If your test data is only a few hundred rows in a table your db will cache it all and you'll never find badly written queries or bad table/index design. If your server application is not multi-threaded server you will not find that out until you stress test it with 500 users. Or if the app bottlenecks on bandwidth.

Optimization is "A Good Thing" but as I say to new developers who have all sorts of ideas about how to do it better 'I don't care how quickly you give me the wrong answer'. Get it right first, then make it faster when you find a bottleneck. An experienced programmer is going to design and build it reasonably well to start with.

If performance is really critical (real time? millisecond-transactions?) then you need to design and implement a set of benchmarks and tools to scientifically prove to yourselves that your changes are making it faster. There are way too many variables out there that affect performance.

Plus there's the classic programmer excuse they will bring out - 'but it's running slow because we have deliberately picked slow computers, it will run much faster when we deploy it.'

If your colleague thinks its important give him a slow computer and put him in charge of 'performance' :-)

  • 1
    without slow developer boxes, when would I have time to go on SO ;)
    – JoelFan
    Commented Oct 21, 2009 at 19:42

I guess it would depend on what you're making and what the intended audience is.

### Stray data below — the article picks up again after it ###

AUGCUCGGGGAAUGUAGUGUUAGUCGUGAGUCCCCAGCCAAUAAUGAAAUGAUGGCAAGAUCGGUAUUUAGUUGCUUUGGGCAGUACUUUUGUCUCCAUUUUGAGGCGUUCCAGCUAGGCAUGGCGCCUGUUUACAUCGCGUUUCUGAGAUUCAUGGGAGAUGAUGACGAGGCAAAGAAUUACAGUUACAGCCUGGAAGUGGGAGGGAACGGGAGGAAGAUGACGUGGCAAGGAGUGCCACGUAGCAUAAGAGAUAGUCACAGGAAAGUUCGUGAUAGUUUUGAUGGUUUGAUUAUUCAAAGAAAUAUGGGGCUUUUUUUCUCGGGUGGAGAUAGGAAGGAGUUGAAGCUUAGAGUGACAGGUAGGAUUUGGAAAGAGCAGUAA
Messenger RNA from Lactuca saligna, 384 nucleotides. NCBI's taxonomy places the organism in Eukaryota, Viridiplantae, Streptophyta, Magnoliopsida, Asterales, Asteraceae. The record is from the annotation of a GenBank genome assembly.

If you're writing software for fixed hardware (say, console games) then use equipment (at least test equipment) that is similar or the same as what you will deploy on.

If you're developing desktop apps or something in that realm then develop on whatever machine you want and then tune it afterward to run on the desired min-spec hardware. Likewise, if you're developing in-house software, there is likely to be a min-spec for the machines that the company wants to buy. In that case, develop on a fast machine (to decrease development time and therefore costs) and test against that min-spec.

Bottom line, develop on the fastest machine you can get your hands on, and test on the minimum or exact hardware that you'll be supporting.


If you are programming on hardware that is close to the final test and production environments, you tend to find that there are less nasty surprises when it comes time to release the code.

I've seen enough programmers get side-swiped by serious, but unexpected problems caused by their machines being way faster than their most of their users. But also, I've seen the same problem occur with data. The code is tested on a small dataset and then "crumbles" on a large one.

Any differences in development and deployment environments can be the source of unexpected problems.

Still, since programming is expensive and time-consuming, if the end-user is running slow out-of-date equipment, the better solution is to deal with it at testing time (and schedule in a few early tests just to check usability and timing).